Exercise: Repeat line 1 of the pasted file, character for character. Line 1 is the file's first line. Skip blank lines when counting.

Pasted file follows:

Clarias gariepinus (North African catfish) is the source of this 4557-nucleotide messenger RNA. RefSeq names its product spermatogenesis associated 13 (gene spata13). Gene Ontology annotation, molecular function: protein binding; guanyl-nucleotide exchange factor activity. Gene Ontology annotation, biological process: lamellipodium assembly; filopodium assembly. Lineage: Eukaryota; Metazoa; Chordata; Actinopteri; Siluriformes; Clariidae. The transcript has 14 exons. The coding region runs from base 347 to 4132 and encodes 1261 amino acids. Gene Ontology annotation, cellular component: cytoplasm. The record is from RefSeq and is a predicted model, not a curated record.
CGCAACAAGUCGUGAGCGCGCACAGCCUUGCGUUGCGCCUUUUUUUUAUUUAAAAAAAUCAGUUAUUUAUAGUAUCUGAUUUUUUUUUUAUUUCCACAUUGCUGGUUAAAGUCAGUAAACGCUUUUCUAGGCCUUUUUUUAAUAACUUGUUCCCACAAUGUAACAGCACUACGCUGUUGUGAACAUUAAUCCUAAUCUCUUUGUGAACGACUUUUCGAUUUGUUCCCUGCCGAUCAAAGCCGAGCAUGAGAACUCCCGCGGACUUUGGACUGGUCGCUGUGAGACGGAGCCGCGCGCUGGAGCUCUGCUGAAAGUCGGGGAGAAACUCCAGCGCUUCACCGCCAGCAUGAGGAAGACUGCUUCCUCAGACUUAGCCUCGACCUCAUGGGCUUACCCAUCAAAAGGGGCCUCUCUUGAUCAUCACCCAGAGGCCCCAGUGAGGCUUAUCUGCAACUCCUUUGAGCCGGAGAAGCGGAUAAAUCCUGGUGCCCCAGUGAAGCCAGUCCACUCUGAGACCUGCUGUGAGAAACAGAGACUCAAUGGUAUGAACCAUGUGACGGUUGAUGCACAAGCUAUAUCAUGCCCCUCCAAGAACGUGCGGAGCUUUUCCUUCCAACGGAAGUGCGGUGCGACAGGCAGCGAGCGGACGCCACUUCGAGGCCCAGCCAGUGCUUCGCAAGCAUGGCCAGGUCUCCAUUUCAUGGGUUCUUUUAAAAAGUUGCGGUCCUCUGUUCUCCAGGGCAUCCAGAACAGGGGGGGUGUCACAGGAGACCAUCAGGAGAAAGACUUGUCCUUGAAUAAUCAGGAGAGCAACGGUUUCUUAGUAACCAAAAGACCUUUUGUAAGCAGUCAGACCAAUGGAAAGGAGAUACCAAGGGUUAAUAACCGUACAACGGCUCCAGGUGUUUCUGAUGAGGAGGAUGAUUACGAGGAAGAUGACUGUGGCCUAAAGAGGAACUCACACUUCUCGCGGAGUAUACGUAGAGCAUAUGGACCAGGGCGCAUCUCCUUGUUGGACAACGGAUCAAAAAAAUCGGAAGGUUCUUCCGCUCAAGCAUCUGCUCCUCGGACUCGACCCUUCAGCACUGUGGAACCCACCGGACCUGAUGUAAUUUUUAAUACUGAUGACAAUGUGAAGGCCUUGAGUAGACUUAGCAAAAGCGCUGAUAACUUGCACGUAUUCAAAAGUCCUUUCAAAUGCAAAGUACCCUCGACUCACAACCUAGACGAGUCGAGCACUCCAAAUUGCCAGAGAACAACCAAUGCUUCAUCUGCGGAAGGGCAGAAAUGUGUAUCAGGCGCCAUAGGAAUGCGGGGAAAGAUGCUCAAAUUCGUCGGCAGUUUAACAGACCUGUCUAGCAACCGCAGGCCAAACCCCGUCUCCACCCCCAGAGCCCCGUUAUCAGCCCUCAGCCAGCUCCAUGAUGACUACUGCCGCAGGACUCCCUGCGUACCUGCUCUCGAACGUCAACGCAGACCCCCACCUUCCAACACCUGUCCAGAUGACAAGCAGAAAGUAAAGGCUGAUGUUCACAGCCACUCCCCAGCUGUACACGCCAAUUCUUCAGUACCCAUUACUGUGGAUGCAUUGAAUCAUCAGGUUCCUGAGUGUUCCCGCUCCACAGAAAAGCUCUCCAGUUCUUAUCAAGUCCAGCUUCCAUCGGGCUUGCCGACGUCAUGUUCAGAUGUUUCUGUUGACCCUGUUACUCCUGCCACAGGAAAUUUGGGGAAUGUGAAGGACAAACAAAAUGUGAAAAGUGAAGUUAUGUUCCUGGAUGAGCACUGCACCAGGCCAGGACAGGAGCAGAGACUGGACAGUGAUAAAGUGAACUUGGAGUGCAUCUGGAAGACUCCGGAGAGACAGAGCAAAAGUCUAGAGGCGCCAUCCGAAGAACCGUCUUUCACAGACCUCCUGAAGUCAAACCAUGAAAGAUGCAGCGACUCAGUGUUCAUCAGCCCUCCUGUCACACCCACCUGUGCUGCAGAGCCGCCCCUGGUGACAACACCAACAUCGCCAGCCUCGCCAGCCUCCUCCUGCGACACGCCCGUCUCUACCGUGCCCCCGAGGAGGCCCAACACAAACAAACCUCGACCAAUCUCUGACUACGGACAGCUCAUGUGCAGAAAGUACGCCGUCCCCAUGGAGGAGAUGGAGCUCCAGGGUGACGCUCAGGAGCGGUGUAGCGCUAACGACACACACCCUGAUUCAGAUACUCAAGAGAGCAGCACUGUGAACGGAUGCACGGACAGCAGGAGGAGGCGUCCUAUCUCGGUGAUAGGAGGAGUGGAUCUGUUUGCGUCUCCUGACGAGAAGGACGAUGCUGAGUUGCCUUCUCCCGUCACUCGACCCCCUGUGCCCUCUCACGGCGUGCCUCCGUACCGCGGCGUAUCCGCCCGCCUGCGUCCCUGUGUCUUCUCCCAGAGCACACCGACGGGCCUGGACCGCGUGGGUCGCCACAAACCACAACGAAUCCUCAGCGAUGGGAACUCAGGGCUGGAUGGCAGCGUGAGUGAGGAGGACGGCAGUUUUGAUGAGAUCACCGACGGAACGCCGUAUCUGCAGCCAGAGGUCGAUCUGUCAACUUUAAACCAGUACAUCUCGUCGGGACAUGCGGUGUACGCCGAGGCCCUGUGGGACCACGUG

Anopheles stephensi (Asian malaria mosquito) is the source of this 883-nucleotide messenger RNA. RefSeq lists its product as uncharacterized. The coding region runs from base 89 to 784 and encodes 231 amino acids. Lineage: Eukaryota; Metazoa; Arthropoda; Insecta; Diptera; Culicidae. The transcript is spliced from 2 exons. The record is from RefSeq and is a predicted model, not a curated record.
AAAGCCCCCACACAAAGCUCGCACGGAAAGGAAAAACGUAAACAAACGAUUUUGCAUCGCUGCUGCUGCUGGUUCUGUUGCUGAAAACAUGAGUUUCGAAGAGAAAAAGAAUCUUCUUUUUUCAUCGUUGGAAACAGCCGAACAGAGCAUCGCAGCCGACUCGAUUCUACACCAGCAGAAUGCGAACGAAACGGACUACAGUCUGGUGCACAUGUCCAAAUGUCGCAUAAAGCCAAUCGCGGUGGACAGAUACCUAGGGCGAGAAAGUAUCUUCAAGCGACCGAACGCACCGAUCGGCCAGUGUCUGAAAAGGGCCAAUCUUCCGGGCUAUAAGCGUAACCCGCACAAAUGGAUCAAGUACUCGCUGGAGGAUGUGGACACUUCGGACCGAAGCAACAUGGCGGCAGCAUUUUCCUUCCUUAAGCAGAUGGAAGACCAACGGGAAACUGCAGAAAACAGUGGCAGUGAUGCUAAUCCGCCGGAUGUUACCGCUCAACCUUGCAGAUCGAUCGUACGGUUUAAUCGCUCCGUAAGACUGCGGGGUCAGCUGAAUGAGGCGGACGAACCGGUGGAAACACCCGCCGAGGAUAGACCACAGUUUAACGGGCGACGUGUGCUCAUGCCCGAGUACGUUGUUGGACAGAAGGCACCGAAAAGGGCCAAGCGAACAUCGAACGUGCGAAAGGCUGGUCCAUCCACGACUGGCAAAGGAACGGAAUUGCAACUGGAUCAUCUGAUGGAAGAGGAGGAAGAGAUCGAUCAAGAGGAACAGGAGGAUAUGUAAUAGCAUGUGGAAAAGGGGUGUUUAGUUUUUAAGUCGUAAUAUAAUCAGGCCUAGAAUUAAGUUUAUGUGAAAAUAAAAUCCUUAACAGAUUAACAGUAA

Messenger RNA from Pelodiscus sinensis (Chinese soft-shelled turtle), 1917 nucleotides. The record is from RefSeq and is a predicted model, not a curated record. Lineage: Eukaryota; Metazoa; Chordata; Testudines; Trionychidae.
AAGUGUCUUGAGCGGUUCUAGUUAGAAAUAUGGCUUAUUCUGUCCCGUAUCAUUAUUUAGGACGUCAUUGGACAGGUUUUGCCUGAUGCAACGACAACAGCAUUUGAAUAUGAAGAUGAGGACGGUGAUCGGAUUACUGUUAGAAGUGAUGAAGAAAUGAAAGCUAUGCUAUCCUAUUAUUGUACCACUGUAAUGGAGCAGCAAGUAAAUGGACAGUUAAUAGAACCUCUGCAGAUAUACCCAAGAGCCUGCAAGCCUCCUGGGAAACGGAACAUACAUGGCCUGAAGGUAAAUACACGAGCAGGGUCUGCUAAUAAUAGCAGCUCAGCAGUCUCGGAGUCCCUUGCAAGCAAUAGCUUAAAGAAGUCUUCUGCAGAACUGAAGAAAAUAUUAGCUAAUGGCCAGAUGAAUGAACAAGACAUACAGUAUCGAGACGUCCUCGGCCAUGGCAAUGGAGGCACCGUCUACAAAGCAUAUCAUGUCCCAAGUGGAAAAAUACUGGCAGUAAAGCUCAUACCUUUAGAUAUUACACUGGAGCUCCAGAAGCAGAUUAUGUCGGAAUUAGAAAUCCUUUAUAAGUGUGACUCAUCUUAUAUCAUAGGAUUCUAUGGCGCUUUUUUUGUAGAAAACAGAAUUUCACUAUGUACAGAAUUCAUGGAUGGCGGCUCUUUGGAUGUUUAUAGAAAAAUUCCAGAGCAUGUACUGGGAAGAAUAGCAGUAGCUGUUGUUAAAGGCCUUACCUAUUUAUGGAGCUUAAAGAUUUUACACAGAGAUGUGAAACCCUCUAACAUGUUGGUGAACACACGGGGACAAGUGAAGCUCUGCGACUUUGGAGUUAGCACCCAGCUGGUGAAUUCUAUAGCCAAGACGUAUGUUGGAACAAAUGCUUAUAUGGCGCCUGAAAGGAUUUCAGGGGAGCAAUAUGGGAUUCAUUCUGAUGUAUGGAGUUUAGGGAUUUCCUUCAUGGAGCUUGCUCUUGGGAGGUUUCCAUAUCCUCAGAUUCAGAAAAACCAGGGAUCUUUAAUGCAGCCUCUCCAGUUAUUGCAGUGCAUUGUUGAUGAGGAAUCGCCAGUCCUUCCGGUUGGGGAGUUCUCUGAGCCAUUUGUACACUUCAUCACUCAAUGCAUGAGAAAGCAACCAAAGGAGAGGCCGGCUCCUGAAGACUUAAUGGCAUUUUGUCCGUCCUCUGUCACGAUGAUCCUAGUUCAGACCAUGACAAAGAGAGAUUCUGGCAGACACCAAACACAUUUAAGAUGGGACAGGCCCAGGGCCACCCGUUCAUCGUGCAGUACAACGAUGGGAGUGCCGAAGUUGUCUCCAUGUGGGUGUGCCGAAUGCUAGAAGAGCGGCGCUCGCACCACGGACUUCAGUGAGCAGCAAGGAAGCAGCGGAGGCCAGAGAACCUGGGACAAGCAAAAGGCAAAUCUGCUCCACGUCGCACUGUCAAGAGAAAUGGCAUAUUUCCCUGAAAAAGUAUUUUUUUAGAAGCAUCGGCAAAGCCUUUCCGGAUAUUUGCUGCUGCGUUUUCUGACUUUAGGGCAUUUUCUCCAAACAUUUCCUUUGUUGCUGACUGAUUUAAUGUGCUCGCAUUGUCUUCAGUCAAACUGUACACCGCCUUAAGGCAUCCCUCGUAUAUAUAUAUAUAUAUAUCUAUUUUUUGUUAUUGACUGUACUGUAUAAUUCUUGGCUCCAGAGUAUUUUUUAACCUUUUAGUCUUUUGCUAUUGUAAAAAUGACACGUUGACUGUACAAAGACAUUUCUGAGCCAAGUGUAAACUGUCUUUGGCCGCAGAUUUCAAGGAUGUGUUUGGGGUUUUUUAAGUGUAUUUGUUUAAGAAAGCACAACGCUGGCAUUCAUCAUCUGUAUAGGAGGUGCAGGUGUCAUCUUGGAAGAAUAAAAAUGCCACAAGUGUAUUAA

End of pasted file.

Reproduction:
Clarias gariepinus (North African catfish) is the source of this 4557-nucleotide messenger RNA. RefSeq names its product spermatogenesis associated 13 (gene spata13). Gene Ontology annotation, molecular function: protein binding; guanyl-nucleotide exchange factor activity. Gene Ontology annotation, biological process: lamellipodium assembly; filopodium assembly. Lineage: Eukaryota; Metazoa; Chordata; Actinopteri; Siluriformes; Clariidae. The transcript has 14 exons. The coding region runs from base 347 to 4132 and encodes 1261 amino acids. Gene Ontology annotation, cellular component: cytoplasm. The record is from RefSeq and is a predicted model, not a curated record.